Pakistanis located at the cross roads of Central Asia, South Asia and South West Asia. This is a strategic location with great potential for Pakistan to become a hub of economic activity. In addition to the available extensive rail and road network, the government is developing highways and the Gwadar Port that would serve to link up adjoining regions of Central Asia.

Pakistan’s Economy

Pakistanis a developing country. The government attaches the highest priority to economic and social development. Agriculture sector is responsible for 25% of it economy with cotton, rice, wheat, sugarcane and maize as the major crops. Pakistan is an exporter of fruits, especially citrus, and fish and fish preparations. Industrial sector accounts for 24% of the economy. Textiles, chemicals, pharmaceuticals, iron and steel, building materials, cement, fertilizers, sports goods, surgical goods, and leather goods are the mainstay of the industrial sector and the country’s exports. Energy, IT and small and medium sized industries are among the fastest growing sectors in the country.

Pakistan’s total GDP for year 2005-06 capita income at US$ 846, real GDP grew by 6.6 percent in 2005-06 as against 8.6 percent last year Pakistan’s economy has grown at an average rate of almost 7.0 percent per annum during the last four years and over 7.5 percent in the last three years, thus enabling it to join the exclusive club of the fastest growing economies of the Asian region. Pakistan’ s exports grew by 13% and crossed US$ 12 billion in 2003. In comparison, the imports grew by 19% and were over US$ 13 billion. Remittances from overseas Pakistanis exceeded US$ 4 billion in the year 2003-04. The current account balance, excluding official transfers, stood in surplus at US$ 1369 million. Foreign direct investment (FDI) crossed US$ 1 billion in 2003-04 with large investment in tele-com sector. Foreign exchange reserves have been more than US$ 12.5 billion.

Pakistan’ s exports were targeted to grow by 18.1 percent in 2005-06  rising from $14.4 billion last year to $ 17.0 billion this year. During the first nine months of the current fiscal year exports were up by 18.6 percent, rising to $ 12.1 billion from $ 10.2 billion in the same period last year, given the performance of the first nine months, exports are likely to touch $ 17 billion mark by the end of this fiscal year. Imports were targeted to grow by 26.0 percent in the current fiscal year  rising from $ 14.4 billion to $ 20.7 billion. Pakistan’s imports are up by 43.2 percent in the first nine months of the current fiscal year  rising from $ 14.4 billion to $ 20.7 billion, showing an increase of almost $ 6.0 billion this year.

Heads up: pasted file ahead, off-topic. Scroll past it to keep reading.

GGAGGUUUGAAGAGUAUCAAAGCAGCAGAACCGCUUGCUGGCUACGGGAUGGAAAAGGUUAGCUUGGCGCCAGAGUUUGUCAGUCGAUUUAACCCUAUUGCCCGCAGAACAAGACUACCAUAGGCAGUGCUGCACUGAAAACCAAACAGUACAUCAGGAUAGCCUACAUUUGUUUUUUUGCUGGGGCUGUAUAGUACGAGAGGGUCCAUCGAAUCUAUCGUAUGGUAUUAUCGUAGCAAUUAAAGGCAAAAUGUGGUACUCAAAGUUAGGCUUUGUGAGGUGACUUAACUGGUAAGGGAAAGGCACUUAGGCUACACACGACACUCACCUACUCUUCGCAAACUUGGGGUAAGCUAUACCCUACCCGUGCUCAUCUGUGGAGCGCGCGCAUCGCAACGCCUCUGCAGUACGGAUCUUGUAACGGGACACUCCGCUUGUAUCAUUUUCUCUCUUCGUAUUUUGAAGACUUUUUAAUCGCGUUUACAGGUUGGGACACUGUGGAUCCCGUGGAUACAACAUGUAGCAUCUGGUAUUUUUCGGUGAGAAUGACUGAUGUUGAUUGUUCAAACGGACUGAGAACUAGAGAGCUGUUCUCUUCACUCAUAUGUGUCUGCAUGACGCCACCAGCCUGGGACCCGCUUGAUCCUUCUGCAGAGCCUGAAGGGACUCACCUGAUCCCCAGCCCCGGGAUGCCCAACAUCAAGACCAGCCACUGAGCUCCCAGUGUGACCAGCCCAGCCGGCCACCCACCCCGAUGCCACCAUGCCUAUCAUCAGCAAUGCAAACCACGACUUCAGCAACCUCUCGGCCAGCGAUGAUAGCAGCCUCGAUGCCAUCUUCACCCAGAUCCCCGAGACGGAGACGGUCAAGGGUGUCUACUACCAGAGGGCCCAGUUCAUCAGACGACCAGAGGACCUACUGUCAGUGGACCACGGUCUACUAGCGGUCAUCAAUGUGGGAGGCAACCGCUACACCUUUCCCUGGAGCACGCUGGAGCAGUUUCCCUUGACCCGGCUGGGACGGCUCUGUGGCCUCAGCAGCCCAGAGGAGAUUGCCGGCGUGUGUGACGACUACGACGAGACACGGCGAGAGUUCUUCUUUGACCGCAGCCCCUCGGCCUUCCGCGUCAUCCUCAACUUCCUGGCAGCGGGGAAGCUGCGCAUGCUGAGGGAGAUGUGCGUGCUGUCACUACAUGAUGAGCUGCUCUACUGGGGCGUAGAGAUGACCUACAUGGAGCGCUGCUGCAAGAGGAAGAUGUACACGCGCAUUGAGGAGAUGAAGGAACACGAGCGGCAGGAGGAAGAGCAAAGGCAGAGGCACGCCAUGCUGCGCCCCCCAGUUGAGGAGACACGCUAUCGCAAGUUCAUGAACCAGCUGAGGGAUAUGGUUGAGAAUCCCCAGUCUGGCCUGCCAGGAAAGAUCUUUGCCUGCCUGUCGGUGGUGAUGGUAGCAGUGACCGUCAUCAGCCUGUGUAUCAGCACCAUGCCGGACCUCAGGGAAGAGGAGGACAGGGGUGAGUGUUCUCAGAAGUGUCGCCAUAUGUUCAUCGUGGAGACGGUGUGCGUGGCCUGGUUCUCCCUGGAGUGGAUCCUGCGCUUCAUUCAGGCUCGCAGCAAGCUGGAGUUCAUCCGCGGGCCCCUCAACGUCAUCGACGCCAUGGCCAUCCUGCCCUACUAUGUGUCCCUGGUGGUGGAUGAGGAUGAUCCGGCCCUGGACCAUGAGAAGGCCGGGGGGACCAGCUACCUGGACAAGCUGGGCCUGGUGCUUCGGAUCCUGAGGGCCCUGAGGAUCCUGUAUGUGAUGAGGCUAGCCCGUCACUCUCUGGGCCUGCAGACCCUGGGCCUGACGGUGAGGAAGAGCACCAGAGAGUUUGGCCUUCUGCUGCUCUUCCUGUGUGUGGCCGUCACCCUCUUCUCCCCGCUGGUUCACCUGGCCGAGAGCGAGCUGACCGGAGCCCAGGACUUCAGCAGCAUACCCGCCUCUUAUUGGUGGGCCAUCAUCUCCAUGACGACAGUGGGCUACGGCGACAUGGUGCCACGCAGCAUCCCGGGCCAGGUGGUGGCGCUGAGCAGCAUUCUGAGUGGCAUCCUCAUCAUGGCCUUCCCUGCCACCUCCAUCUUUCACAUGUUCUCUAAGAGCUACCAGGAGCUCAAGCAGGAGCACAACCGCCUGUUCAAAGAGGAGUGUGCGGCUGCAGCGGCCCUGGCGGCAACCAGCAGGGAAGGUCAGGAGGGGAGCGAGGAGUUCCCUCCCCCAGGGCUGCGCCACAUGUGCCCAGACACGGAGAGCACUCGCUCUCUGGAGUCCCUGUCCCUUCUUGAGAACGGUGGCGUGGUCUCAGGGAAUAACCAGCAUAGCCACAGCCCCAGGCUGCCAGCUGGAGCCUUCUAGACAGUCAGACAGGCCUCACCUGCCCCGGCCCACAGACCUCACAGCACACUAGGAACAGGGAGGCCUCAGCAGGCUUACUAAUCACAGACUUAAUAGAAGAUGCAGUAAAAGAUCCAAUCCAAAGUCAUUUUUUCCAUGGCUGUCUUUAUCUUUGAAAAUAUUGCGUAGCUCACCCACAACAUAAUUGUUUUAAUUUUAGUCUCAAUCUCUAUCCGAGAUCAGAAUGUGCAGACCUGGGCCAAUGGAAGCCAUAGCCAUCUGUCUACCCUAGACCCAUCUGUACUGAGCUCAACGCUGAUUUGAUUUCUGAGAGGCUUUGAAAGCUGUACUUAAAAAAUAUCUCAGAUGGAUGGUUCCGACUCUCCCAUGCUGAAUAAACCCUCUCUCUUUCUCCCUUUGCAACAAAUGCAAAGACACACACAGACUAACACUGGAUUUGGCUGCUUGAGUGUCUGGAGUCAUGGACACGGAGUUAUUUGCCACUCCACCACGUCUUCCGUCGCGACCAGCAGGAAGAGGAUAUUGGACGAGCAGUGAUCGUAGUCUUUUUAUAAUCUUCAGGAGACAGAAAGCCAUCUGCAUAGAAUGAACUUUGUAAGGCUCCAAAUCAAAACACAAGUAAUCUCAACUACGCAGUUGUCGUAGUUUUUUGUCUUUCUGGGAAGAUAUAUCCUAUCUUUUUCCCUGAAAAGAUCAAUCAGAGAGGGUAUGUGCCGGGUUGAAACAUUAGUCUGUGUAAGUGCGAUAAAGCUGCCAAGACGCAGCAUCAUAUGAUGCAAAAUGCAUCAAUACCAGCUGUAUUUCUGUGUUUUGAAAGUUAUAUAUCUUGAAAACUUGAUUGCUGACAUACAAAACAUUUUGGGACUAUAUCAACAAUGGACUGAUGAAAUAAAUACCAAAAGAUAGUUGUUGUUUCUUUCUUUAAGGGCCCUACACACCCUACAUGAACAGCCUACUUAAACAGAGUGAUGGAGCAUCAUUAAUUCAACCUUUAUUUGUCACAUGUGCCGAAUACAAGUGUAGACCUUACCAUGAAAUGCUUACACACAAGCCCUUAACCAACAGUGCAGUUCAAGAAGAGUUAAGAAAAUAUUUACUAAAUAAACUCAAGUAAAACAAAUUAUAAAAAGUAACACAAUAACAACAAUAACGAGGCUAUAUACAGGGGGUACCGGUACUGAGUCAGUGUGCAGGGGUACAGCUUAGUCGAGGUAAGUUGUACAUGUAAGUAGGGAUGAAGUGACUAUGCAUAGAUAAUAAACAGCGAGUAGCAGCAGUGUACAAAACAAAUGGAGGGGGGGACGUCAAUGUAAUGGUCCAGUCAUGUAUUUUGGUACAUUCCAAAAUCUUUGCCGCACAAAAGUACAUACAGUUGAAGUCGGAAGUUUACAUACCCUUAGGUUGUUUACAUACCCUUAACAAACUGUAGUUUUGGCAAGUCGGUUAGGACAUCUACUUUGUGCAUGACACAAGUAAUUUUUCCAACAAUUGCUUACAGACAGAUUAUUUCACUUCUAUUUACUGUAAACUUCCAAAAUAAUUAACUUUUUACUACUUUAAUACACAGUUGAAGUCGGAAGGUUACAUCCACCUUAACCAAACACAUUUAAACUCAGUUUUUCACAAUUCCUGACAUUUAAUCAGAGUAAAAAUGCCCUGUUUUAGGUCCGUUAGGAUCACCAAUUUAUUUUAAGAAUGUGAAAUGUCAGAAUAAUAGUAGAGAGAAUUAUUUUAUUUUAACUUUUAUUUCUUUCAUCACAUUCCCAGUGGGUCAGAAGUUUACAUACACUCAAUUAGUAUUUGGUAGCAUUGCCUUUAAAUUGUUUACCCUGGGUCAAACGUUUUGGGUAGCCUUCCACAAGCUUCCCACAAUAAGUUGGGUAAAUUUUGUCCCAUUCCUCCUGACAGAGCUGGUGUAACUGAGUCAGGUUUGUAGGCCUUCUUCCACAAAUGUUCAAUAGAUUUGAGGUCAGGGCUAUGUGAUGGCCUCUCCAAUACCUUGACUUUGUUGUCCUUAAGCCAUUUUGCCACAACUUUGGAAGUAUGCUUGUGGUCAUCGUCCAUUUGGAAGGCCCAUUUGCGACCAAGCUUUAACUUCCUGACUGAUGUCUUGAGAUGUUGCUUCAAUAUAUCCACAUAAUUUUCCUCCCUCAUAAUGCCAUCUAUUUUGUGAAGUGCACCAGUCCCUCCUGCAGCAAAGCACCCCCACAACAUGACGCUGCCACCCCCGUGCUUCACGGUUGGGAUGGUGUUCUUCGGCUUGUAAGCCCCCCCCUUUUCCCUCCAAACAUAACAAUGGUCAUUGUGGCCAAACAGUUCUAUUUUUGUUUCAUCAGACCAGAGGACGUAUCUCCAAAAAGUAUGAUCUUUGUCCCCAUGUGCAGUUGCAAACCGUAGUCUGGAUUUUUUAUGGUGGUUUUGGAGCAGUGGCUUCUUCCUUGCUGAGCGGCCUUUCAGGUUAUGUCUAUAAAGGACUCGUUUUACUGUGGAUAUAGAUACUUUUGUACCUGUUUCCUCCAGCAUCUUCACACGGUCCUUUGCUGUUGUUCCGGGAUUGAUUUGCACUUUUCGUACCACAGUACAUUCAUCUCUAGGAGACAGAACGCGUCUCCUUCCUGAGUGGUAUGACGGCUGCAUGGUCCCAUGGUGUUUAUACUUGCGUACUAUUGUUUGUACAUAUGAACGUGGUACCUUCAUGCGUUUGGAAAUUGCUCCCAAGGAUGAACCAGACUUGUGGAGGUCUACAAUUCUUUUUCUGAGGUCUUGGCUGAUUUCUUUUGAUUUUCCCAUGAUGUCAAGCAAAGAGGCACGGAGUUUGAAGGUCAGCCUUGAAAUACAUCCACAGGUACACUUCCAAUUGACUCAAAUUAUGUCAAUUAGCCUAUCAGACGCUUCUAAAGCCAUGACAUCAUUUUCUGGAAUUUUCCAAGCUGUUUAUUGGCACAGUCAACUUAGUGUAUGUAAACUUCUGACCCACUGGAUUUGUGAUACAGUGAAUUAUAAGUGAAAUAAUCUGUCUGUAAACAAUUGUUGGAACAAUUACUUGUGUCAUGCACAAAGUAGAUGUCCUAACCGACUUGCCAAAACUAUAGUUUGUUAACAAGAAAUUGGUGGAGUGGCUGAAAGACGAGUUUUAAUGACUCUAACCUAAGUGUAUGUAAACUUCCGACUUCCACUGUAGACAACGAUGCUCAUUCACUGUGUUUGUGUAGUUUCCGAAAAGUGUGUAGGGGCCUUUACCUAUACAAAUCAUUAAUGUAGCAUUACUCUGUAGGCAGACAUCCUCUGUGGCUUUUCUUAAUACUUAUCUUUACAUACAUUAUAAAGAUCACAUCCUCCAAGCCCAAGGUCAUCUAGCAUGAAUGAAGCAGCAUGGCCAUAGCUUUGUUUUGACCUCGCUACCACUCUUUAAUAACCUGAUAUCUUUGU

The current account deficit, excluding official transfers, stood at $ 4696 million (3.7% of GDP) during July-March, 2005-06 as against a deficit of $ 1181 million in the same period last year.

Pakistan’ s economy presents an upbeat picture of stability and growth. The economic policies are transparent and predictable. Private sector confidence has grown, stock market is buoyant, external balance of payments is in comfortable position, expatriate Pakistanis are bringing capital into the country and FDI has increased. Positive indicators are also evident in the substantial increase in foreign exchange reserves, stable exchange rate, low inflation, reduction of debt burden, low fiscal deficit and surplus current account balance, and increased exports and revenue collection.